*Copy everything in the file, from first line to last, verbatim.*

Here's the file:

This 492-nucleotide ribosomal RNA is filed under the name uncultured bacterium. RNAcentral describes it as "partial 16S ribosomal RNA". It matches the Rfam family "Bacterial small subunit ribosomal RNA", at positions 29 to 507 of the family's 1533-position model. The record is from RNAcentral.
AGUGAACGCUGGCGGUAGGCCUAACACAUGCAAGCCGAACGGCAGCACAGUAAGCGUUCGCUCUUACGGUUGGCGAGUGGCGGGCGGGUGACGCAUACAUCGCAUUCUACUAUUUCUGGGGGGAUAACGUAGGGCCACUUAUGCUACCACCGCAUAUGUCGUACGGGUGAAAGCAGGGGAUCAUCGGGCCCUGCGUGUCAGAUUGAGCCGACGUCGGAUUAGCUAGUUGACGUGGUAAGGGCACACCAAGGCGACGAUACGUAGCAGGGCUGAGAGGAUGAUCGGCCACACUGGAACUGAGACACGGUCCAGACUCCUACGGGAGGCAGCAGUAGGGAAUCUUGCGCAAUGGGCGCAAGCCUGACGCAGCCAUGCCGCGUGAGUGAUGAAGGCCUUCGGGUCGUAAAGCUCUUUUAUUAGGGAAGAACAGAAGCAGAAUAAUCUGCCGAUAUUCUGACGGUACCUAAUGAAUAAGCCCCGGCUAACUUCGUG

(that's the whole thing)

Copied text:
This 492-nucleotide ribosomal RNA is filed under the name uncultured bacterium. RNAcentral describes it as "partial 16S ribosomal RNA". It matches the Rfam family "Bacterial small subunit ribosomal RNA", at positions 29 to 507 of the family's 1533-position model. The record is from RNAcentral.
AGUGAACGCUGGCGGUAGGCCUAACACAUGCAAGCCGAACGGCAGCACAGUAAGCGUUCGCUCUUACGGUUGGCGAGUGGCGGGCGGGUGACGCAUACAUCGCAUUCUACUAUUUCUGGGGGGAUAACGUAGGGCCACUUAUGCUACCACCGCAUAUGUCGUACGGGUGAAAGCAGGGGAUCAUCGGGCCCUGCGUGUCAGAUUGAGCCGACGUCGGAUUAGCUAGUUGACGUGGUAAGGGCACACCAAGGCGACGAUACGUAGCAGGGCUGAGAGGAUGAUCGGCCACACUGGAACUGAGACACGGUCCAGACUCCUACGGGAGGCAGCAGUAGGGAAUCUUGCGCAAUGGGCGCAAGCCUGACGCAGCCAUGCCGCGUGAGUGAUGAAGGCCUUCGGGUCGUAAAGCUCUUUUAUUAGGGAAGAACAGAAGCAGAAUAAUCUGCCGAUAUUCUGACGGUACCUAAUGAAUAAGCCCCGGCUAACUUCGUG